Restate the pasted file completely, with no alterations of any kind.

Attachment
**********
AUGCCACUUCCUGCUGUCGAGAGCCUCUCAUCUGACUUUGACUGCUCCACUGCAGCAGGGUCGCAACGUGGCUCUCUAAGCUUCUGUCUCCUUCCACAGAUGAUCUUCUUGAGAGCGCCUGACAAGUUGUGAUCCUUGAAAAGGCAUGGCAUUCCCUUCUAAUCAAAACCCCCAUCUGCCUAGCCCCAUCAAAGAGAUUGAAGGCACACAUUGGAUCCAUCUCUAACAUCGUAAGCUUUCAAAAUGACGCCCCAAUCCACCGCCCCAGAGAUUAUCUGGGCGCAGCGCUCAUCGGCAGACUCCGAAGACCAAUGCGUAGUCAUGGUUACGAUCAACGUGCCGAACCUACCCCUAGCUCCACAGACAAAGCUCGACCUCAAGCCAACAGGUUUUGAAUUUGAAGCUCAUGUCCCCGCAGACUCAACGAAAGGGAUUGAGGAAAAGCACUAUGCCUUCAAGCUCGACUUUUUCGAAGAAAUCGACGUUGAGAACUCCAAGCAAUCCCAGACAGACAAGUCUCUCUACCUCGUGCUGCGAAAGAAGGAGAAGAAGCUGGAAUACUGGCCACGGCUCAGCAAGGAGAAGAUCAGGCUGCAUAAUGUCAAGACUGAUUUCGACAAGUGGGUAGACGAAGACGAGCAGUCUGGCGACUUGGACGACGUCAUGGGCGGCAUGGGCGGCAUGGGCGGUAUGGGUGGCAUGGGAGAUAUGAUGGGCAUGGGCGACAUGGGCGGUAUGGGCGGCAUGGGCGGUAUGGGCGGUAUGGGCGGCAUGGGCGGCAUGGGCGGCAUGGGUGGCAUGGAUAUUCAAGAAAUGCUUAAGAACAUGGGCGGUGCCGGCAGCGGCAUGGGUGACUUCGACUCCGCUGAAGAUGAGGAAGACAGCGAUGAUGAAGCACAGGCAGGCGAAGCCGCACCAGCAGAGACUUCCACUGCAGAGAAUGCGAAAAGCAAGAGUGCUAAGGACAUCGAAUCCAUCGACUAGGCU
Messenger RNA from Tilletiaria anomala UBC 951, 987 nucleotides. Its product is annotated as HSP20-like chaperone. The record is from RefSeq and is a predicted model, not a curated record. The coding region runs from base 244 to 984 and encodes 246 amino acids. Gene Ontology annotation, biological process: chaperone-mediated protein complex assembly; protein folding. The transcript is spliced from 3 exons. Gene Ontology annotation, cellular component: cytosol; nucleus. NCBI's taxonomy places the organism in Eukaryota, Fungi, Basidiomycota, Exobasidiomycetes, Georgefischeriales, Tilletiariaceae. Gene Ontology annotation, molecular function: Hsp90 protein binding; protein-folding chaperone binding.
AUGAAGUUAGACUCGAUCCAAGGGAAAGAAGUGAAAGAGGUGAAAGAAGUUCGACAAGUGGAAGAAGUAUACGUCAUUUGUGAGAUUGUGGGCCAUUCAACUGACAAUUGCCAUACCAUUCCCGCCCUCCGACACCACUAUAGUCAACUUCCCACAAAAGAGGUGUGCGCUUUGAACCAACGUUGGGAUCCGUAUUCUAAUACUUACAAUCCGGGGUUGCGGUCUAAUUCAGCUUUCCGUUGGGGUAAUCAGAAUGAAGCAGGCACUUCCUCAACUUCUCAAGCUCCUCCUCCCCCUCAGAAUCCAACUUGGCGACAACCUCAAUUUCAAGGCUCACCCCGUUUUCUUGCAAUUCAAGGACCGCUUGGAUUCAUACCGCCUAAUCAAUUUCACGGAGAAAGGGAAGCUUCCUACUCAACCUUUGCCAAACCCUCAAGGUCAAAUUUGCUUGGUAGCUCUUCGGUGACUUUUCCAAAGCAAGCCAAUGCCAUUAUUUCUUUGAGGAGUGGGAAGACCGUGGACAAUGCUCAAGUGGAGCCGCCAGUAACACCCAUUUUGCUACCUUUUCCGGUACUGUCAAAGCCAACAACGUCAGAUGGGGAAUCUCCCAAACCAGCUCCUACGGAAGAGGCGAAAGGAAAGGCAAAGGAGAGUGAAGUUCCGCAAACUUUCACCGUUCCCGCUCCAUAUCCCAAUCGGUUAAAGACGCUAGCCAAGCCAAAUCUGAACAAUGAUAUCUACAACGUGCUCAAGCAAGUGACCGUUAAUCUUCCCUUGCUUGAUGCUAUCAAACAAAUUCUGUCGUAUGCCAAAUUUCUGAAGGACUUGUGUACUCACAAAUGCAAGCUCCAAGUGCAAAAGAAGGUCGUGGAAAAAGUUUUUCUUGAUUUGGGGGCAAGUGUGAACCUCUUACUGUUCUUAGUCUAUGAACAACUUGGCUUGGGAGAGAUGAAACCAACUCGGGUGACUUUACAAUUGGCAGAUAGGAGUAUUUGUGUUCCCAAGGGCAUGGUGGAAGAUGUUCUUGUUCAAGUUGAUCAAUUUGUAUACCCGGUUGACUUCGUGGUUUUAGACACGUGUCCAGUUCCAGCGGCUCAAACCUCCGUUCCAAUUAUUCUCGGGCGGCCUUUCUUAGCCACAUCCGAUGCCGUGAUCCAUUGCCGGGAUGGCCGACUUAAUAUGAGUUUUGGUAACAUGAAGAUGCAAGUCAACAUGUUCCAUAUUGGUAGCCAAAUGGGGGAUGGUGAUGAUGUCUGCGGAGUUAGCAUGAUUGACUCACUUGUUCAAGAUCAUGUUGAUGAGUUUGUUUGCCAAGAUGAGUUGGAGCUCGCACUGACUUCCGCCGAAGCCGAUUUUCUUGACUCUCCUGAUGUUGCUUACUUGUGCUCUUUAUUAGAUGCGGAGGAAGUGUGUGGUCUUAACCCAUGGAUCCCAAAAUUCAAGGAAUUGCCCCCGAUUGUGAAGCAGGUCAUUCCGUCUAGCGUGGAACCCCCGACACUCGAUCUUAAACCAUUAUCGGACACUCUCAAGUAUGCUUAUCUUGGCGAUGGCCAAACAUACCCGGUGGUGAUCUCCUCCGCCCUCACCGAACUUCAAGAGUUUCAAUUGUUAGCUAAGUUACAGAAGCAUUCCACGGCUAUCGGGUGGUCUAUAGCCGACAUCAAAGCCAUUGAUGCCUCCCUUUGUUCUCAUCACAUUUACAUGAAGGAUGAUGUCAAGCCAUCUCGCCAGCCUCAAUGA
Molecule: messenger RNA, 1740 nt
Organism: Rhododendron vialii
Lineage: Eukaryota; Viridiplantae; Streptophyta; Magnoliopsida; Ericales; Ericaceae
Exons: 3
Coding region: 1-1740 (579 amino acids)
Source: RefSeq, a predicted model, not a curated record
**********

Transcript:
AUGCCACUUCCUGCUGUCGAGAGCCUCUCAUCUGACUUUGACUGCUCCACUGCAGCAGGGUCGCAACGUGGCUCUCUAAGCUUCUGUCUCCUUCCACAGAUGAUCUUCUUGAGAGCGCCUGACAAGUUGUGAUCCUUGAAAAGGCAUGGCAUUCCCUUCUAAUCAAAACCCCCAUCUGCCUAGCCCCAUCAAAGAGAUUGAAGGCACACAUUGGAUCCAUCUCUAACAUCGUAAGCUUUCAAAAUGACGCCCCAAUCCACCGCCCCAGAGAUUAUCUGGGCGCAGCGCUCAUCGGCAGACUCCGAAGACCAAUGCGUAGUCAUGGUUACGAUCAACGUGCCGAACCUACCCCUAGCUCCACAGACAAAGCUCGACCUCAAGCCAACAGGUUUUGAAUUUGAAGCUCAUGUCCCCGCAGACUCAACGAAAGGGAUUGAGGAAAAGCACUAUGCCUUCAAGCUCGACUUUUUCGAAGAAAUCGACGUUGAGAACUCCAAGCAAUCCCAGACAGACAAGUCUCUCUACCUCGUGCUGCGAAAGAAGGAGAAGAAGCUGGAAUACUGGCCACGGCUCAGCAAGGAGAAGAUCAGGCUGCAUAAUGUCAAGACUGAUUUCGACAAGUGGGUAGACGAAGACGAGCAGUCUGGCGACUUGGACGACGUCAUGGGCGGCAUGGGCGGCAUGGGCGGUAUGGGUGGCAUGGGAGAUAUGAUGGGCAUGGGCGACAUGGGCGGUAUGGGCGGCAUGGGCGGUAUGGGCGGUAUGGGCGGCAUGGGCGGCAUGGGCGGCAUGGGUGGCAUGGAUAUUCAAGAAAUGCUUAAGAACAUGGGCGGUGCCGGCAGCGGCAUGGGUGACUUCGACUCCGCUGAAGAUGAGGAAGACAGCGAUGAUGAAGCACAGGCAGGCGAAGCCGCACCAGCAGAGACUUCCACUGCAGAGAAUGCGAAAAGCAAGAGUGCUAAGGACAUCGAAUCCAUCGACUAGGCU
Messenger RNA from Tilletiaria anomala UBC 951, 987 nucleotides. Its product is annotated as HSP20-like chaperone. The record is from RefSeq and is a predicted model, not a curated record. The coding region runs from base 244 to 984 and encodes 246 amino acids. Gene Ontology annotation, biological process: chaperone-mediated protein complex assembly; protein folding. The transcript is spliced from 3 exons. Gene Ontology annotation, cellular component: cytosol; nucleus. NCBI's taxonomy places the organism in Eukaryota, Fungi, Basidiomycota, Exobasidiomycetes, Georgefischeriales, Tilletiariaceae. Gene Ontology annotation, molecular function: Hsp90 protein binding; protein-folding chaperone binding.
AUGAAGUUAGACUCGAUCCAAGGGAAAGAAGUGAAAGAGGUGAAAGAAGUUCGACAAGUGGAAGAAGUAUACGUCAUUUGUGAGAUUGUGGGCCAUUCAACUGACAAUUGCCAUACCAUUCCCGCCCUCCGACACCACUAUAGUCAACUUCCCACAAAAGAGGUGUGCGCUUUGAACCAACGUUGGGAUCCGUAUUCUAAUACUUACAAUCCGGGGUUGCGGUCUAAUUCAGCUUUCCGUUGGGGUAAUCAGAAUGAAGCAGGCACUUCCUCAACUUCUCAAGCUCCUCCUCCCCCUCAGAAUCCAACUUGGCGACAACCUCAAUUUCAAGGCUCACCCCGUUUUCUUGCAAUUCAAGGACCGCUUGGAUUCAUACCGCCUAAUCAAUUUCACGGAGAAAGGGAAGCUUCCUACUCAACCUUUGCCAAACCCUCAAGGUCAAAUUUGCUUGGUAGCUCUUCGGUGACUUUUCCAAAGCAAGCCAAUGCCAUUAUUUCUUUGAGGAGUGGGAAGACCGUGGACAAUGCUCAAGUGGAGCCGCCAGUAACACCCAUUUUGCUACCUUUUCCGGUACUGUCAAAGCCAACAACGUCAGAUGGGGAAUCUCCCAAACCAGCUCCUACGGAAGAGGCGAAAGGAAAGGCAAAGGAGAGUGAAGUUCCGCAAACUUUCACCGUUCCCGCUCCAUAUCCCAAUCGGUUAAAGACGCUAGCCAAGCCAAAUCUGAACAAUGAUAUCUACAACGUGCUCAAGCAAGUGACCGUUAAUCUUCCCUUGCUUGAUGCUAUCAAACAAAUUCUGUCGUAUGCCAAAUUUCUGAAGGACUUGUGUACUCACAAAUGCAAGCUCCAAGUGCAAAAGAAGGUCGUGGAAAAAGUUUUUCUUGAUUUGGGGGCAAGUGUGAACCUCUUACUGUUCUUAGUCUAUGAACAACUUGGCUUGGGAGAGAUGAAACCAACUCGGGUGACUUUACAAUUGGCAGAUAGGAGUAUUUGUGUUCCCAAGGGCAUGGUGGAAGAUGUUCUUGUUCAAGUUGAUCAAUUUGUAUACCCGGUUGACUUCGUGGUUUUAGACACGUGUCCAGUUCCAGCGGCUCAAACCUCCGUUCCAAUUAUUCUCGGGCGGCCUUUCUUAGCCACAUCCGAUGCCGUGAUCCAUUGCCGGGAUGGCCGACUUAAUAUGAGUUUUGGUAACAUGAAGAUGCAAGUCAACAUGUUCCAUAUUGGUAGCCAAAUGGGGGAUGGUGAUGAUGUCUGCGGAGUUAGCAUGAUUGACUCACUUGUUCAAGAUCAUGUUGAUGAGUUUGUUUGCCAAGAUGAGUUGGAGCUCGCACUGACUUCCGCCGAAGCCGAUUUUCUUGACUCUCCUGAUGUUGCUUACUUGUGCUCUUUAUUAGAUGCGGAGGAAGUGUGUGGUCUUAACCCAUGGAUCCCAAAAUUCAAGGAAUUGCCCCCGAUUGUGAAGCAGGUCAUUCCGUCUAGCGUGGAACCCCCGACACUCGAUCUUAAACCAUUAUCGGACACUCUCAAGUAUGCUUAUCUUGGCGAUGGCCAAACAUACCCGGUGGUGAUCUCCUCCGCCCUCACCGAACUUCAAGAGUUUCAAUUGUUAGCUAAGUUACAGAAGCAUUCCACGGCUAUCGGGUGGUCUAUAGCCGACAUCAAAGCCAUUGAUGCCUCCCUUUGUUCUCAUCACAUUUACAUGAAGGAUGAUGUCAAGCCAUCUCGCCAGCCUCAAUGA
Molecule: messenger RNA, 1740 nt
Organism: Rhododendron vialii
Lineage: Eukaryota; Viridiplantae; Streptophyta; Magnoliopsida; Ericales; Ericaceae
Exons: 3
Coding region: 1-1740 (579 amino acids)
Source: RefSeq, a predicted model, not a curated record